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Old 06-19-2010, 09:44 AM   #1 (permalink)
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Default The role of guitar in Jazz.

The role of guitar in Jazz confuses the hell out of me. I'm not entirely sure that in a lot of live arrangements of songs, where you have 9 to 12 instruments, how the guitar factors in.

As forums go, god forbid you ask something without looking it up first so heres what the Wiki had to say...

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Chord-melody and unaccompanied soloing

In this style, the guitarist aims to render an entire song — harmony, melody and bass — in something like the way a classical guitarist or pianist can. Chord roots play an important role in this style; however, chords themselves can be used sparsely or more densely, depending on both the individual player and his or her arrangement of a particular piece. An added bass line can also be sparse, or used more densely and rhythmically as is found in ragtime guitar as well as more straight-ahead jazz styles. Chord-melody is often played with a plectrum (see Tal Farlow, George Benson and others); however fingerstyle, as practised by Joe Pass, George van Eps, Martin Taylor, Ted Greene, Lenny Breau or hybrid picking as practised by Ed Bickert and others allows for a more complex, polyphonic approach to unaccompanied soloing.
I get the concept, I'm just not sure I hear the sound. I was thinking this as I watched Sting play guitar on the Haiti performance if you're wondering where I'm coming from.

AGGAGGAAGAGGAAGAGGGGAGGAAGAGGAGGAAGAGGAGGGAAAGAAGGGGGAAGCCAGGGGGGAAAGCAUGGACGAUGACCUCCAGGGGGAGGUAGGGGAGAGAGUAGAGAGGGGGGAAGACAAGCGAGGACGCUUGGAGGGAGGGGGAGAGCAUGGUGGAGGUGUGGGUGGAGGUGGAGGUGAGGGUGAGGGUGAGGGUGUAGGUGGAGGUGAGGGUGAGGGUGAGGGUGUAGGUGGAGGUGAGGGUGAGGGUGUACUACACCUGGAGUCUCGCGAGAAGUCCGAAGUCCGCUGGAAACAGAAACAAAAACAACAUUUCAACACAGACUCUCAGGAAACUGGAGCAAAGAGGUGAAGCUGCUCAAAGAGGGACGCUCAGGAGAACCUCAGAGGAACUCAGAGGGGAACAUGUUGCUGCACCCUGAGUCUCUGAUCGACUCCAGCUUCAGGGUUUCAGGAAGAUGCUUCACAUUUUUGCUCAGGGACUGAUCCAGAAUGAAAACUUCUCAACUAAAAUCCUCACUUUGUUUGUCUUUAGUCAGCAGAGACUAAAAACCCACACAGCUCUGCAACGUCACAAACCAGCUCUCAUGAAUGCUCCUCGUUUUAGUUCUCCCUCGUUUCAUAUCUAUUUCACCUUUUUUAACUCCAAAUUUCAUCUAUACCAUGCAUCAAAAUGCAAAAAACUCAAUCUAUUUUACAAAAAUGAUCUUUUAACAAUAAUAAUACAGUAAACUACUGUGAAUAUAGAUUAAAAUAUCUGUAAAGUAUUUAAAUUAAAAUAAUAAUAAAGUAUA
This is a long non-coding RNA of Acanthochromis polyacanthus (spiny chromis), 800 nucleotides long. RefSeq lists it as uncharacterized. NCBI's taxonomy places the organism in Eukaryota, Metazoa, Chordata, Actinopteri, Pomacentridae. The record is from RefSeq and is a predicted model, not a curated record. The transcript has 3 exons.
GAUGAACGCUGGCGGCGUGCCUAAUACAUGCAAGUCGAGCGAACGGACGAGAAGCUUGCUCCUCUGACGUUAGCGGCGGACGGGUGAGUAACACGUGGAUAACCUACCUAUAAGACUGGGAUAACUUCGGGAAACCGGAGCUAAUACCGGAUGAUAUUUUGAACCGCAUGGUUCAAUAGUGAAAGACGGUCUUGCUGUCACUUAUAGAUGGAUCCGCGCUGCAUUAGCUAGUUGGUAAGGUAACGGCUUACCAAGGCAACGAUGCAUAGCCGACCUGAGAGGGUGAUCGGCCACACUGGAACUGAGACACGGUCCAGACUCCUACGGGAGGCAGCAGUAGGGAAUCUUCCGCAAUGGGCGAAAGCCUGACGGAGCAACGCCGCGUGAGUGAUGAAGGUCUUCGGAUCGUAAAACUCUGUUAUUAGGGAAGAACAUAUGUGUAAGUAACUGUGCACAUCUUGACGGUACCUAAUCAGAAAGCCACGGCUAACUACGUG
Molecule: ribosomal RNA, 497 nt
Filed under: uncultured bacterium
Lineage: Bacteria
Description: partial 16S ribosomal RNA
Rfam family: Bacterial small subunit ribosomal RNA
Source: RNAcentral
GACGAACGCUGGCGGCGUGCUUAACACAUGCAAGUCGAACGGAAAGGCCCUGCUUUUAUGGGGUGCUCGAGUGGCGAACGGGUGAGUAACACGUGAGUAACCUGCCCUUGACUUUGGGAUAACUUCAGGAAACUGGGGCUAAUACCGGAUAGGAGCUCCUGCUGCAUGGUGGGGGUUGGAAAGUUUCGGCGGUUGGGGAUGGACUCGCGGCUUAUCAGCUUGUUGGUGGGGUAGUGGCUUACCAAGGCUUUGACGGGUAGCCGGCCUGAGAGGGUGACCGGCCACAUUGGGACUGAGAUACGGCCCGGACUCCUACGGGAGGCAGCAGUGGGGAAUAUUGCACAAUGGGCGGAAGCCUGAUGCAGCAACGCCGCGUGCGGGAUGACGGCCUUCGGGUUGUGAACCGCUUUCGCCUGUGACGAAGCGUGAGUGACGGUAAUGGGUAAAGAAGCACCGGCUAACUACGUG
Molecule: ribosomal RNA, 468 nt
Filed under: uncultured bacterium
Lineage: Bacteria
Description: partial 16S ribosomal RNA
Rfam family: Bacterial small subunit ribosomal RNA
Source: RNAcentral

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Old 06-19-2010, 09:49 AM   #2 (permalink)
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A lot of the time in big band style jazz it's just kind of a background rhythm instrument.
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Old 06-19-2010, 10:09 AM   #3 (permalink)
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Having played electric guitar in various local jazz bands over the past 3 or so years, I've learned that the guitar is a vital part of the band, and even more so if there is also a piano in the band. When there is a singer, the louder instruments like the brasses (usually) don't play over the verses - those chords are covered by none other than the guitarist(s). When the whole band is playing it's often harder to hear the guitar as the music usually calls for a richer, bass-heavy tone. The guitar is just a background instrument, filling out chords and notes that other instruments (besides the piano) can't play. Sometimes the guitar has a solo too.
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Old 06-19-2010, 10:39 AM   #4 (permalink)
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Originally Posted by Burning Down View Post
Having played electric guitar in various local jazz bands over the past 3 or so years, I've learned that the guitar is a vital part of the band, and even more so if there is also a piano in the band. When there is a singer, the louder instruments like the brasses (usually) don't play over the verses - those chords are covered by none other than the guitarist(s). When the whole band is playing it's often harder to hear the guitar as the music usually calls for a richer, bass-heavy tone. The guitar is just a background instrument, filling out chords and notes that other instruments (besides the piano) can't play. Sometimes the guitar has a solo too.